Before concluding, I am forced by my conscience to end upon a graver note. I THINK IT WILL BE A MIRACLE IF WE GET THROUGH THE COMING YEAR WITHOUT THE BEGINNING OF ANOTHER GREAT WAR. What the outcome of this may be I do not know. If it is possible by that miracle to avert that comparatively imminent catastrophe, it can only be done by getting complete control of the financial system within that time. I say that not to frighten you. I do not believe that the Anglo-Saxon ever really is urged along any course by fright. I am simply telling you as a reason for knowing that it is vitally necessary that you don’t waste too much time about discussing the fine technical details of a new economic system. That can be adjusted by your experts. Keep hold of the situation, say that you are going to have certain radical changes made in this financial system along lines which are perfectly simple and which will permanently avoid the necessity of undue competition for foreign markets. That is the tinder against the flint at the present time, and there is only one possible way of dealing with that-by increasing your internal purchasing power so that you do not have to press for export markets because you can consume your own production. (Applause)
Finally, it is very frequently asked of me whether it is possible for a real financial system to be instituted in one country at a time. There are two answers to this. The technical answer is: “Yes, certainly, there is no difficulty at all,” but what you might call the worldly wise answer is: “Yes, certainly, but such a country would immediately have all the pressure of international finance brought against it.” That is a true objection, but it has this important qualification, and that qualification was one of the reasons why I sketched the growth of these ideas in the different countries of the world. I do not believe that if you instituted Social Credit in Australia, and financial pressure were brought upon you from London, as it would be, I do not think that it would be tolerated by Canada.
There is all over the world a growing appreciation of this situation, which spreads even amongst bankers themselves. There is no doubt at all about it that all the lower strata of banking-and I think it is not an exaggeration to say, certainly in Great Britain, 80 per cent. of bank officers-absolutely agree with me. For that reason I would ask you to take heart and at the same time realise that by making the change in the present financial system you are not running anything like the risks that you are running by allowing things to drift. So get on with it and get busy. (Loud and continued applause)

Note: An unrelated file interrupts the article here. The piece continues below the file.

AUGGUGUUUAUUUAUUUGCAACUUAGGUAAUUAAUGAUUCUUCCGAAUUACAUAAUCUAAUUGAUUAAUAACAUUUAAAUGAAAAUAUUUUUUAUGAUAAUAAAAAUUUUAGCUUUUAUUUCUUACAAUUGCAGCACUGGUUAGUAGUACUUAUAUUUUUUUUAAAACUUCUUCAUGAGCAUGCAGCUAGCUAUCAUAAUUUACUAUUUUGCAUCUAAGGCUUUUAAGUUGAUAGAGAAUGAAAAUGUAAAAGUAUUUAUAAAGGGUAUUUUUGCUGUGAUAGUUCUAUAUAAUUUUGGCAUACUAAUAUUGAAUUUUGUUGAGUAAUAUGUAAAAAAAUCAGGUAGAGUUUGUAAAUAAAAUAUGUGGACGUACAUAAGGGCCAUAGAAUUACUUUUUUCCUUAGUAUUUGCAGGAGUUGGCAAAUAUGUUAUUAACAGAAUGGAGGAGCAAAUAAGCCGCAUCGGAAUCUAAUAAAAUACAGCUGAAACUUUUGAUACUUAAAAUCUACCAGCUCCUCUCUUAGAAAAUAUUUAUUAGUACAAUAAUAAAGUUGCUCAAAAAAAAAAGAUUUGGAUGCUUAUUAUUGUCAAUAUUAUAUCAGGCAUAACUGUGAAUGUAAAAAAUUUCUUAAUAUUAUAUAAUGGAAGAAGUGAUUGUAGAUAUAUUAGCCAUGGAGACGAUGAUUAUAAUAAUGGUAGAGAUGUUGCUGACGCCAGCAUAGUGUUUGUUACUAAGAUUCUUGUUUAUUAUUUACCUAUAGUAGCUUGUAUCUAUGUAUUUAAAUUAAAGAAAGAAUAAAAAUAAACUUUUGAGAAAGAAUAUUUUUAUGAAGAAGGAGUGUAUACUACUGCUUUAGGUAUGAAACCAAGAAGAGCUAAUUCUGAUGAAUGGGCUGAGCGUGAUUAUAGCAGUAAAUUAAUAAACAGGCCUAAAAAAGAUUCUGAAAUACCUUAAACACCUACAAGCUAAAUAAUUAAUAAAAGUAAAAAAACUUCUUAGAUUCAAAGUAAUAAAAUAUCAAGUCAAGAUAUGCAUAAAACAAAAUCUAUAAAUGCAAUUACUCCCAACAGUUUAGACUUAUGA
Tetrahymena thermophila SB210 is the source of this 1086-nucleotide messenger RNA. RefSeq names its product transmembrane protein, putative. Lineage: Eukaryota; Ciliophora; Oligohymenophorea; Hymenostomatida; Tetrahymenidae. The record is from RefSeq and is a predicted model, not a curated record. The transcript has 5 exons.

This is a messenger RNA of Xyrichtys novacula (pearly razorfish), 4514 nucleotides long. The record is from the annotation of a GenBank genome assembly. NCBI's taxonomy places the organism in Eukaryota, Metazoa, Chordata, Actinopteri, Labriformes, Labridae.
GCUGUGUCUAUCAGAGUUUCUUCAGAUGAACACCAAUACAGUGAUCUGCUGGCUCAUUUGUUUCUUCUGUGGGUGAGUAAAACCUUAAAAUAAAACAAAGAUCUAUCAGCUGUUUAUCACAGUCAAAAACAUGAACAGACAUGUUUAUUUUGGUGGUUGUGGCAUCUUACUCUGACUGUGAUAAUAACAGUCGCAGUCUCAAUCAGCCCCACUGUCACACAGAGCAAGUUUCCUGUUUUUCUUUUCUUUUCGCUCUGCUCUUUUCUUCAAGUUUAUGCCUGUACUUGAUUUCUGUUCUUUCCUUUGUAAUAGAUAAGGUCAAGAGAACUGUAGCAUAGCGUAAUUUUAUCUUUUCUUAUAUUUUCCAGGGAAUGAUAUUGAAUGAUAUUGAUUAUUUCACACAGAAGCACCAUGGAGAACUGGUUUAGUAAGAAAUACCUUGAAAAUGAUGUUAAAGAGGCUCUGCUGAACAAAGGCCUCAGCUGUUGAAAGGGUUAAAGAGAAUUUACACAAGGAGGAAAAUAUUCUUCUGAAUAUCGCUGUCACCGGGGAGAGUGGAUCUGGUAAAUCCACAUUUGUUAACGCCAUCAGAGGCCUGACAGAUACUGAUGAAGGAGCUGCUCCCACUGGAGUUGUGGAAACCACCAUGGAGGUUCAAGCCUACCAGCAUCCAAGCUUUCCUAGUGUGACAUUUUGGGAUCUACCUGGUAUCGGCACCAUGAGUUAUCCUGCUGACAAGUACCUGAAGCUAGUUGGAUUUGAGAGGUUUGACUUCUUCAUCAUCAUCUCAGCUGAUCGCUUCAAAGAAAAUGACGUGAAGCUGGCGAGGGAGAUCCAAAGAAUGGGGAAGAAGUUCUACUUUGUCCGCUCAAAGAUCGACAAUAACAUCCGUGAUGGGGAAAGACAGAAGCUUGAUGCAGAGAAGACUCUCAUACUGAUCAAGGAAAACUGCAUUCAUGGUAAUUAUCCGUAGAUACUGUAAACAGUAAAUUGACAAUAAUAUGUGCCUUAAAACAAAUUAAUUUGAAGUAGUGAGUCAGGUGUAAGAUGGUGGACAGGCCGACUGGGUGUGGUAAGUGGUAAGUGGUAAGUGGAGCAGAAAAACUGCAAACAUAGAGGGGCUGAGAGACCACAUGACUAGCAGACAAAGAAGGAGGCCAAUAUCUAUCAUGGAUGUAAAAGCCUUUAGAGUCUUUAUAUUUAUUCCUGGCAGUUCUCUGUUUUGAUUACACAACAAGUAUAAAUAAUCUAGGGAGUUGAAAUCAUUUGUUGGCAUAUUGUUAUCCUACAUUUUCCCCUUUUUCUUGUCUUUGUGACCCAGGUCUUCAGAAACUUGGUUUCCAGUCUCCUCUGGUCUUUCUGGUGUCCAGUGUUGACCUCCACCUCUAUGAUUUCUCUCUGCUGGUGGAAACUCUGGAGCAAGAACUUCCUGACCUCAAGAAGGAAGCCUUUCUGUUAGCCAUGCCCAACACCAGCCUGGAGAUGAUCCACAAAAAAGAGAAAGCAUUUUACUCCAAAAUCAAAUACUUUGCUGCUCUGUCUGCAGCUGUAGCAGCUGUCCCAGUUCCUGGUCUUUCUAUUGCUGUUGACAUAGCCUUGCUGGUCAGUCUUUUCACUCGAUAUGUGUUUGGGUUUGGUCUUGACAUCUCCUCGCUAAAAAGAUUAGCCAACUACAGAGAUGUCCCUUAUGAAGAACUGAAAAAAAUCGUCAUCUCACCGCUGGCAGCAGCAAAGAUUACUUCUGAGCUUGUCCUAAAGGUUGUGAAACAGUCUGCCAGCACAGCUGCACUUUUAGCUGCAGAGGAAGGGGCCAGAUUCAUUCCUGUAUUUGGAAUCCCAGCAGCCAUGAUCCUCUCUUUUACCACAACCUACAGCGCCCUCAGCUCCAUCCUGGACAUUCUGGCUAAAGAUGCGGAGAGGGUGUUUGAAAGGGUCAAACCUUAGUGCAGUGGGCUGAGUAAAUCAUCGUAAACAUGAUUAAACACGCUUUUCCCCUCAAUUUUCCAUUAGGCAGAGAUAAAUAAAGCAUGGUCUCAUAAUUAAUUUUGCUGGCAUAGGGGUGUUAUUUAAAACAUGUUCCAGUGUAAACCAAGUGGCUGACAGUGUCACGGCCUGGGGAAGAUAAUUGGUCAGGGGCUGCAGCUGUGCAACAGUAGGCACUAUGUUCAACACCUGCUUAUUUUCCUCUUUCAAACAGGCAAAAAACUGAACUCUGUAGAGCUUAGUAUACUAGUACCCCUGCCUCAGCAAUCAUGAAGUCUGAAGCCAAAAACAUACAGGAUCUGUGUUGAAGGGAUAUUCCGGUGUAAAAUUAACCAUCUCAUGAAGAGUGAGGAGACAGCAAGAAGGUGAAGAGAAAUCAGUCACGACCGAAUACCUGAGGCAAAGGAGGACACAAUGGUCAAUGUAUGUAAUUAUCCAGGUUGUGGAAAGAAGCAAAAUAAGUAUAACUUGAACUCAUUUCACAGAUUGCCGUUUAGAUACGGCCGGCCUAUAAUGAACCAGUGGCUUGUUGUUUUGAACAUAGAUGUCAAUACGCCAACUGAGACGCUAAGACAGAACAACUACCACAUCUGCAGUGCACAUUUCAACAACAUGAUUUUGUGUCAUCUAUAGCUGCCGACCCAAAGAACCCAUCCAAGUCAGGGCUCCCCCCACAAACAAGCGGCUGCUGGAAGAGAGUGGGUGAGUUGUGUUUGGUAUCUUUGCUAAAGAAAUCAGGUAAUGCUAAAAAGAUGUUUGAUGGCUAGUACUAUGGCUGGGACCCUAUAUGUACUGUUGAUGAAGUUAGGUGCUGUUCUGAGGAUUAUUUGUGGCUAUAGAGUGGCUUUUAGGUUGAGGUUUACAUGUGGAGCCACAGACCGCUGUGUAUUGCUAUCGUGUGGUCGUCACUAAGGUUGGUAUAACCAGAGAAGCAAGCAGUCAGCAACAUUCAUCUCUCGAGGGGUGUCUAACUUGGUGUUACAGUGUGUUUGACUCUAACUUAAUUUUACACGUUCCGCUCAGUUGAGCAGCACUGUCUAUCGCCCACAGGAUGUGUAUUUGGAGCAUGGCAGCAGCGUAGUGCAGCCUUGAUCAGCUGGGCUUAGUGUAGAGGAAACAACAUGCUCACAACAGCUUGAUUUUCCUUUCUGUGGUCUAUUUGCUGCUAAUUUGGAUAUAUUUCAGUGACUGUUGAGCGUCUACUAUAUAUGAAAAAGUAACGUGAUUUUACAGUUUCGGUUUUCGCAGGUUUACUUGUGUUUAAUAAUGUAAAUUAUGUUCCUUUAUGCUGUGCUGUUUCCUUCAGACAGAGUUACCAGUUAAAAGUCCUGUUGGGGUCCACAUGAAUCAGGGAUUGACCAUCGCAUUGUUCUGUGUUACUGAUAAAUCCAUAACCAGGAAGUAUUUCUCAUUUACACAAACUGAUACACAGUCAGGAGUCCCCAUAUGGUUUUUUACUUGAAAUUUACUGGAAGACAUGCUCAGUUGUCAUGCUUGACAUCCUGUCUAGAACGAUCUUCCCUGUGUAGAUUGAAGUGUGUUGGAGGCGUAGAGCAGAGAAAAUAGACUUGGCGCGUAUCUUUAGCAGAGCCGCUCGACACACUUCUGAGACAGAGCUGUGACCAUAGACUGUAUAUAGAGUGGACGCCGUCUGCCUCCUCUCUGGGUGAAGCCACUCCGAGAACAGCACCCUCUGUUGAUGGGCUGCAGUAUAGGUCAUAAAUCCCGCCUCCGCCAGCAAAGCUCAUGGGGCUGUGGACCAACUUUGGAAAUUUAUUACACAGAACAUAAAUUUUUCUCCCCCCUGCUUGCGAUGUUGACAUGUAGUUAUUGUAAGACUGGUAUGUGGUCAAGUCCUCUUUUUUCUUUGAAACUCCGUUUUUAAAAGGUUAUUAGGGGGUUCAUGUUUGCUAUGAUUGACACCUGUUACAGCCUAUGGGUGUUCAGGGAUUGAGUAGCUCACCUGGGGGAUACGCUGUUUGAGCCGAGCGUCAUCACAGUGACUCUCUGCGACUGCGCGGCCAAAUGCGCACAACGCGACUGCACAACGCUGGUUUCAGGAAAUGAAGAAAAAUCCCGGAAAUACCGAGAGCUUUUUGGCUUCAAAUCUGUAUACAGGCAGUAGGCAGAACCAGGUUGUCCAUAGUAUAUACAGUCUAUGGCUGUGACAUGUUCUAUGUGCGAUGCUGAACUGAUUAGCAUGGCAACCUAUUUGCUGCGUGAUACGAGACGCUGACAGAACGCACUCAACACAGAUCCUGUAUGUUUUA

Reprinted from The New Era (Sydney, Australia)
The Critical Moment
“The outstanding fact in regard to the existing situation in the world at the present time, is that it is unstable…. the break-up of the present financial and social system is certain…. A comparatively short period will probably serve to decide whether we are to master the mighty economic and social machine that we have created, or whether it is to master us; and during that period a small impetus from a body of men who know what to do and how to do it, may make the difference between yet one more retreat into the Dark Ages, or the emergence into the full light of a day of such splendour as we can at present only envisage dimly.
It is this necessity for the recognition of the psychological moment, and the fitting to that moment of appropriate action, which should be present in the minds of that small minority which is seized of the gravity of the present times. To have a clear understanding of the principles which underlie the problem is essential to those who may hope to play a part in its solution; it is even desirable that skeleton plans should be in existence to meet the situation as it can be seen to exist; but nothing can be more fatal to a successful issue than the premature publication of cut-and-dried arrangements which are likely to be out of date before their adoption can be secured. As the world is constituted today, effective action is only possible through certain centres of influence; that is to say, short of complete social anarchy as a preliminary to a new world, it is necessary to work through the arrangements which have grown up in the system with which we are all familiar.
It hardly needs emphasis that a constant binding back of proposals for reform, to the moving events of the world, is of the utmost value; in fact, if it be possible to clarify the relation between the analysis of the financial system, the foci of discontent, and the logical remedy, with sufficient emphasis and over a sufficiently wide area, then the stage will be set for the greatest victory which the human individual has, within history, achieved over the forces which beset him to his fall.” (C. H. Douglas, Social Credit, 1924)
“The problem of Social Credit is: How do we bring existing institutions under control? The objective is that they shall be free within their function and powerless outside it.” – C.H. Douglas (PDF)
“One of the men who profoundly interested me was Major Clifford Hugh Douglas, originator of the Social Credit Scheme…. Douglas’s death at his home at Fearnan, Perthshire, on 29th September 1952, removed from our midst one of the greatest Scotsmen of the past hundred years, and, in relation to his own subject, the greatest of all time…. Douglas was disappointed that his own country of Scotland was not the first to give his system a trial. He recognised, of course, that Scotland could not do so until it acquired independence and a Parliament of its own.” – Hugh McDiarmid (C. M. Grieve) The Company I’ve Kept, 1966